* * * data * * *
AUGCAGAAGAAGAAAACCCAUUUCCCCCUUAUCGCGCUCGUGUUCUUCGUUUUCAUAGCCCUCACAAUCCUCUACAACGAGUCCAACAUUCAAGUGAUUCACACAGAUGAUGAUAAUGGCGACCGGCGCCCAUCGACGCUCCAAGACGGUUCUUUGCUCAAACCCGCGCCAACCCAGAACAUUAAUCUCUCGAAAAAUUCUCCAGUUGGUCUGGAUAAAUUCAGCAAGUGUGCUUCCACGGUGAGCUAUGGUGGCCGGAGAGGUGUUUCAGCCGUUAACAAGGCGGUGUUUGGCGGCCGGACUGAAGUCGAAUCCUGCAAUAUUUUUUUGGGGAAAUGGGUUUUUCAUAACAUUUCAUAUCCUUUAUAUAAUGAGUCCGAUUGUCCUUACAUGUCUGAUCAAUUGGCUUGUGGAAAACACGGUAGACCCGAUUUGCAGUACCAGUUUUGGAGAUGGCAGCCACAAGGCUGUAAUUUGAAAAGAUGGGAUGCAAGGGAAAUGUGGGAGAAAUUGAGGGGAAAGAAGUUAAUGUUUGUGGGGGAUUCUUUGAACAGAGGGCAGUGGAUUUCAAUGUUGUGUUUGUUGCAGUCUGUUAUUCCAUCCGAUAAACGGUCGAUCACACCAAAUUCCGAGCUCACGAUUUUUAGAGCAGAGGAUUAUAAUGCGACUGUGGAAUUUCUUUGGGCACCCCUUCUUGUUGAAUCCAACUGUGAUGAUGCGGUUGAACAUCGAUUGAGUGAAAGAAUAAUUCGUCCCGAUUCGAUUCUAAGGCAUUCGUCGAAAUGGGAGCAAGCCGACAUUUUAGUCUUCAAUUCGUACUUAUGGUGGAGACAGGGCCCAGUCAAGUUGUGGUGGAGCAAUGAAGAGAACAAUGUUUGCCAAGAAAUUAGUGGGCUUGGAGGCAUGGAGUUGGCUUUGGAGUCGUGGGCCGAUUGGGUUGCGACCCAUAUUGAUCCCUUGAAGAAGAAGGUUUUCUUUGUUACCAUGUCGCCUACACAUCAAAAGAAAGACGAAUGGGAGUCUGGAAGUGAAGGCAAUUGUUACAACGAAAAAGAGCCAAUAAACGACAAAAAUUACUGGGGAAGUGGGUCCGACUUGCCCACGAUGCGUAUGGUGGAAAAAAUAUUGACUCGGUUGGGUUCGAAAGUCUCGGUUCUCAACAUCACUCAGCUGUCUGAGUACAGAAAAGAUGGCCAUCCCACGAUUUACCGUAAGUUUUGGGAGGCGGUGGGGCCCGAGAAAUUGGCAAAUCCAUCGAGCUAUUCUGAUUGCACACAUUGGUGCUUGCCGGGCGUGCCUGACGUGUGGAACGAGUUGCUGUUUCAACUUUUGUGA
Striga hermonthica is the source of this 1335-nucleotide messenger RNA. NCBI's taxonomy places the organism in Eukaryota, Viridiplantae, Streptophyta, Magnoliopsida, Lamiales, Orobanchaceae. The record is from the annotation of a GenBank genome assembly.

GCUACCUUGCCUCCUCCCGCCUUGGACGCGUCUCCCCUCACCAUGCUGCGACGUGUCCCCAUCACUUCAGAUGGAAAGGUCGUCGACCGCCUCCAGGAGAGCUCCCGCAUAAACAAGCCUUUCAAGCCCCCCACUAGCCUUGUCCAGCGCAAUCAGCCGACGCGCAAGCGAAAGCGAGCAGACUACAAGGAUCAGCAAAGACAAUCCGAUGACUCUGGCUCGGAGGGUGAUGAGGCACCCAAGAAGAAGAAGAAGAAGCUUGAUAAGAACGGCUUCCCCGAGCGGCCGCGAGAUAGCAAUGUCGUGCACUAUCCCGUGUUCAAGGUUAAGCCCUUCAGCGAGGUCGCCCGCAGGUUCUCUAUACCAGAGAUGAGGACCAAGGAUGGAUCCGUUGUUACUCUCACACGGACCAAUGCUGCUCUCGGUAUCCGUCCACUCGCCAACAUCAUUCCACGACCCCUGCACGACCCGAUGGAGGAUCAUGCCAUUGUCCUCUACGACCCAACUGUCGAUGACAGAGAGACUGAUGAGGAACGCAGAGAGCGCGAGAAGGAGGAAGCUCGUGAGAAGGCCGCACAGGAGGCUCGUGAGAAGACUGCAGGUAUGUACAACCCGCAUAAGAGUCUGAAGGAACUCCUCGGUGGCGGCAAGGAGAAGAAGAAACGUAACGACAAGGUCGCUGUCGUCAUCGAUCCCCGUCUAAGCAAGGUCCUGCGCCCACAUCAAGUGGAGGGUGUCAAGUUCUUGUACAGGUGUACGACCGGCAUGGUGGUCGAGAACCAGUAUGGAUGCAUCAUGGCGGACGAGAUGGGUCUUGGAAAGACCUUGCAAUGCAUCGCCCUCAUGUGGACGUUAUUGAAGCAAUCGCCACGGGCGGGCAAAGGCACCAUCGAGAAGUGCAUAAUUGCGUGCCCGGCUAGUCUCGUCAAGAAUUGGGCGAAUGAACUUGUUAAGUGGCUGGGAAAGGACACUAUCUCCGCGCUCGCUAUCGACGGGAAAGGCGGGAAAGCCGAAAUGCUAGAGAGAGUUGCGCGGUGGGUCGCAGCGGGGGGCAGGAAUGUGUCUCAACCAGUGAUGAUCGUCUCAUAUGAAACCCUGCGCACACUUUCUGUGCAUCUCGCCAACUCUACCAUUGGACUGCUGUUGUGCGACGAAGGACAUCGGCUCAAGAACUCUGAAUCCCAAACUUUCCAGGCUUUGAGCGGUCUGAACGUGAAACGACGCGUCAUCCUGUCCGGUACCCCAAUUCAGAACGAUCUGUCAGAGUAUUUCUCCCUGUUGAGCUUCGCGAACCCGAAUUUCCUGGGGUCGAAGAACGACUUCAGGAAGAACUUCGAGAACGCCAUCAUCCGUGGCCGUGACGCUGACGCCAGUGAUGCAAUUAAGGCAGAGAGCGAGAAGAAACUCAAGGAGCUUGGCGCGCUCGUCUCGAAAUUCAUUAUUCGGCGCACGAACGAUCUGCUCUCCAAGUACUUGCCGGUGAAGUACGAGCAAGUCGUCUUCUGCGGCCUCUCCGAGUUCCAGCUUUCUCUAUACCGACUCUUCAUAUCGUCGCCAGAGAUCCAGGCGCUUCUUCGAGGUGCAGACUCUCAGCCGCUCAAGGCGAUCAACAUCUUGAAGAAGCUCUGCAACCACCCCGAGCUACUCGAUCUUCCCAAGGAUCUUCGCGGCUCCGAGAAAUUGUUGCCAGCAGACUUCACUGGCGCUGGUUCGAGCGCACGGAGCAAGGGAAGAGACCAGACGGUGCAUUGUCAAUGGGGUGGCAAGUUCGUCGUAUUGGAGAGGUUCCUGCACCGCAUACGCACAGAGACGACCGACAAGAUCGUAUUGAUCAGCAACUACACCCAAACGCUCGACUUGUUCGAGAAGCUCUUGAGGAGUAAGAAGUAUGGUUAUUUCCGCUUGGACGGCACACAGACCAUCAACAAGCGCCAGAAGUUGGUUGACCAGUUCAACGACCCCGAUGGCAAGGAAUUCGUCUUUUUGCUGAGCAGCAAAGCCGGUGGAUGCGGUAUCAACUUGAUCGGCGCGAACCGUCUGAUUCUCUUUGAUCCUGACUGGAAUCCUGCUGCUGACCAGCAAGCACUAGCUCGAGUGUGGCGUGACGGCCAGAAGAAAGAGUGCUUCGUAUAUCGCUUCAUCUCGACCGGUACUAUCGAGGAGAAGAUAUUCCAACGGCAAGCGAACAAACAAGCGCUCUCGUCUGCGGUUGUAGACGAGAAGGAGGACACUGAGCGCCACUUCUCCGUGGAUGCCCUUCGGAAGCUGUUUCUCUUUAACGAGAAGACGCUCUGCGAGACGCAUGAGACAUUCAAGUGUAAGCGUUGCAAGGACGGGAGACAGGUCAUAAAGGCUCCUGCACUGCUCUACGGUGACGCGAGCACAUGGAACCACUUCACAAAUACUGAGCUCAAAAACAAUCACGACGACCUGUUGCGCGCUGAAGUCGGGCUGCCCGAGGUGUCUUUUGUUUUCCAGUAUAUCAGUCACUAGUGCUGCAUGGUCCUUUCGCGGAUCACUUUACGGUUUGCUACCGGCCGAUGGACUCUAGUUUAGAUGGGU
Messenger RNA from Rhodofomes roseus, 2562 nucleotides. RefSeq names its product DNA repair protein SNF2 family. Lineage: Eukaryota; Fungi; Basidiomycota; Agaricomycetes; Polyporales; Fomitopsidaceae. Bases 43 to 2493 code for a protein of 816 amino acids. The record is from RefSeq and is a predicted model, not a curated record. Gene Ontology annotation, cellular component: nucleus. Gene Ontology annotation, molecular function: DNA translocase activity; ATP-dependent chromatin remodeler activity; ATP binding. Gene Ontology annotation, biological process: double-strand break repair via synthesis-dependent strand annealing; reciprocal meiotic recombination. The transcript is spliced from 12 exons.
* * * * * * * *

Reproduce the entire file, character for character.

AUGCAGAAGAAGAAAACCCAUUUCCCCCUUAUCGCGCUCGUGUUCUUCGUUUUCAUAGCCCUCACAAUCCUCUACAACGAGUCCAACAUUCAAGUGAUUCACACAGAUGAUGAUAAUGGCGACCGGCGCCCAUCGACGCUCCAAGACGGUUCUUUGCUCAAACCCGCGCCAACCCAGAACAUUAAUCUCUCGAAAAAUUCUCCAGUUGGUCUGGAUAAAUUCAGCAAGUGUGCUUCCACGGUGAGCUAUGGUGGCCGGAGAGGUGUUUCAGCCGUUAACAAGGCGGUGUUUGGCGGCCGGACUGAAGUCGAAUCCUGCAAUAUUUUUUUGGGGAAAUGGGUUUUUCAUAACAUUUCAUAUCCUUUAUAUAAUGAGUCCGAUUGUCCUUACAUGUCUGAUCAAUUGGCUUGUGGAAAACACGGUAGACCCGAUUUGCAGUACCAGUUUUGGAGAUGGCAGCCACAAGGCUGUAAUUUGAAAAGAUGGGAUGCAAGGGAAAUGUGGGAGAAAUUGAGGGGAAAGAAGUUAAUGUUUGUGGGGGAUUCUUUGAACAGAGGGCAGUGGAUUUCAAUGUUGUGUUUGUUGCAGUCUGUUAUUCCAUCCGAUAAACGGUCGAUCACACCAAAUUCCGAGCUCACGAUUUUUAGAGCAGAGGAUUAUAAUGCGACUGUGGAAUUUCUUUGGGCACCCCUUCUUGUUGAAUCCAACUGUGAUGAUGCGGUUGAACAUCGAUUGAGUGAAAGAAUAAUUCGUCCCGAUUCGAUUCUAAGGCAUUCGUCGAAAUGGGAGCAAGCCGACAUUUUAGUCUUCAAUUCGUACUUAUGGUGGAGACAGGGCCCAGUCAAGUUGUGGUGGAGCAAUGAAGAGAACAAUGUUUGCCAAGAAAUUAGUGGGCUUGGAGGCAUGGAGUUGGCUUUGGAGUCGUGGGCCGAUUGGGUUGCGACCCAUAUUGAUCCCUUGAAGAAGAAGGUUUUCUUUGUUACCAUGUCGCCUACACAUCAAAAGAAAGACGAAUGGGAGUCUGGAAGUGAAGGCAAUUGUUACAACGAAAAAGAGCCAAUAAACGACAAAAAUUACUGGGGAAGUGGGUCCGACUUGCCCACGAUGCGUAUGGUGGAAAAAAUAUUGACUCGGUUGGGUUCGAAAGUCUCGGUUCUCAACAUCACUCAGCUGUCUGAGUACAGAAAAGAUGGCCAUCCCACGAUUUACCGUAAGUUUUGGGAGGCGGUGGGGCCCGAGAAAUUGGCAAAUCCAUCGAGCUAUUCUGAUUGCACACAUUGGUGCUUGCCGGGCGUGCCUGACGUGUGGAACGAGUUGCUGUUUCAACUUUUGUGA
Striga hermonthica is the source of this 1335-nucleotide messenger RNA. NCBI's taxonomy places the organism in Eukaryota, Viridiplantae, Streptophyta, Magnoliopsida, Lamiales, Orobanchaceae. The record is from the annotation of a GenBank genome assembly.

GCUACCUUGCCUCCUCCCGCCUUGGACGCGUCUCCCCUCACCAUGCUGCGACGUGUCCCCAUCACUUCAGAUGGAAAGGUCGUCGACCGCCUCCAGGAGAGCUCCCGCAUAAACAAGCCUUUCAAGCCCCCCACUAGCCUUGUCCAGCGCAAUCAGCCGACGCGCAAGCGAAAGCGAGCAGACUACAAGGAUCAGCAAAGACAAUCCGAUGACUCUGGCUCGGAGGGUGAUGAGGCACCCAAGAAGAAGAAGAAGAAGCUUGAUAAGAACGGCUUCCCCGAGCGGCCGCGAGAUAGCAAUGUCGUGCACUAUCCCGUGUUCAAGGUUAAGCCCUUCAGCGAGGUCGCCCGCAGGUUCUCUAUACCAGAGAUGAGGACCAAGGAUGGAUCCGUUGUUACUCUCACACGGACCAAUGCUGCUCUCGGUAUCCGUCCACUCGCCAACAUCAUUCCACGACCCCUGCACGACCCGAUGGAGGAUCAUGCCAUUGUCCUCUACGACCCAACUGUCGAUGACAGAGAGACUGAUGAGGAACGCAGAGAGCGCGAGAAGGAGGAAGCUCGUGAGAAGGCCGCACAGGAGGCUCGUGAGAAGACUGCAGGUAUGUACAACCCGCAUAAGAGUCUGAAGGAACUCCUCGGUGGCGGCAAGGAGAAGAAGAAACGUAACGACAAGGUCGCUGUCGUCAUCGAUCCCCGUCUAAGCAAGGUCCUGCGCCCACAUCAAGUGGAGGGUGUCAAGUUCUUGUACAGGUGUACGACCGGCAUGGUGGUCGAGAACCAGUAUGGAUGCAUCAUGGCGGACGAGAUGGGUCUUGGAAAGACCUUGCAAUGCAUCGCCCUCAUGUGGACGUUAUUGAAGCAAUCGCCACGGGCGGGCAAAGGCACCAUCGAGAAGUGCAUAAUUGCGUGCCCGGCUAGUCUCGUCAAGAAUUGGGCGAAUGAACUUGUUAAGUGGCUGGGAAAGGACACUAUCUCCGCGCUCGCUAUCGACGGGAAAGGCGGGAAAGCCGAAAUGCUAGAGAGAGUUGCGCGGUGGGUCGCAGCGGGGGGCAGGAAUGUGUCUCAACCAGUGAUGAUCGUCUCAUAUGAAACCCUGCGCACACUUUCUGUGCAUCUCGCCAACUCUACCAUUGGACUGCUGUUGUGCGACGAAGGACAUCGGCUCAAGAACUCUGAAUCCCAAACUUUCCAGGCUUUGAGCGGUCUGAACGUGAAACGACGCGUCAUCCUGUCCGGUACCCCAAUUCAGAACGAUCUGUCAGAGUAUUUCUCCCUGUUGAGCUUCGCGAACCCGAAUUUCCUGGGGUCGAAGAACGACUUCAGGAAGAACUUCGAGAACGCCAUCAUCCGUGGCCGUGACGCUGACGCCAGUGAUGCAAUUAAGGCAGAGAGCGAGAAGAAACUCAAGGAGCUUGGCGCGCUCGUCUCGAAAUUCAUUAUUCGGCGCACGAACGAUCUGCUCUCCAAGUACUUGCCGGUGAAGUACGAGCAAGUCGUCUUCUGCGGCCUCUCCGAGUUCCAGCUUUCUCUAUACCGACUCUUCAUAUCGUCGCCAGAGAUCCAGGCGCUUCUUCGAGGUGCAGACUCUCAGCCGCUCAAGGCGAUCAACAUCUUGAAGAAGCUCUGCAACCACCCCGAGCUACUCGAUCUUCCCAAGGAUCUUCGCGGCUCCGAGAAAUUGUUGCCAGCAGACUUCACUGGCGCUGGUUCGAGCGCACGGAGCAAGGGAAGAGACCAGACGGUGCAUUGUCAAUGGGGUGGCAAGUUCGUCGUAUUGGAGAGGUUCCUGCACCGCAUACGCACAGAGACGACCGACAAGAUCGUAUUGAUCAGCAACUACACCCAAACGCUCGACUUGUUCGAGAAGCUCUUGAGGAGUAAGAAGUAUGGUUAUUUCCGCUUGGACGGCACACAGACCAUCAACAAGCGCCAGAAGUUGGUUGACCAGUUCAACGACCCCGAUGGCAAGGAAUUCGUCUUUUUGCUGAGCAGCAAAGCCGGUGGAUGCGGUAUCAACUUGAUCGGCGCGAACCGUCUGAUUCUCUUUGAUCCUGACUGGAAUCCUGCUGCUGACCAGCAAGCACUAGCUCGAGUGUGGCGUGACGGCCAGAAGAAAGAGUGCUUCGUAUAUCGCUUCAUCUCGACCGGUACUAUCGAGGAGAAGAUAUUCCAACGGCAAGCGAACAAACAAGCGCUCUCGUCUGCGGUUGUAGACGAGAAGGAGGACACUGAGCGCCACUUCUCCGUGGAUGCCCUUCGGAAGCUGUUUCUCUUUAACGAGAAGACGCUCUGCGAGACGCAUGAGACAUUCAAGUGUAAGCGUUGCAAGGACGGGAGACAGGUCAUAAAGGCUCCUGCACUGCUCUACGGUGACGCGAGCACAUGGAACCACUUCACAAAUACUGAGCUCAAAAACAAUCACGACGACCUGUUGCGCGCUGAAGUCGGGCUGCCCGAGGUGUCUUUUGUUUUCCAGUAUAUCAGUCACUAGUGCUGCAUGGUCCUUUCGCGGAUCACUUUACGGUUUGCUACCGGCCGAUGGACUCUAGUUUAGAUGGGU
Messenger RNA from Rhodofomes roseus, 2562 nucleotides. RefSeq names its product DNA repair protein SNF2 family. Lineage: Eukaryota; Fungi; Basidiomycota; Agaricomycetes; Polyporales; Fomitopsidaceae. Bases 43 to 2493 code for a protein of 816 amino acids. The record is from RefSeq and is a predicted model, not a curated record. Gene Ontology annotation, cellular component: nucleus. Gene Ontology annotation, molecular function: DNA translocase activity; ATP-dependent chromatin remodeler activity; ATP binding. Gene Ontology annotation, biological process: double-strand break repair via synthesis-dependent strand annealing; reciprocal meiotic recombination. The transcript is spliced from 12 exons.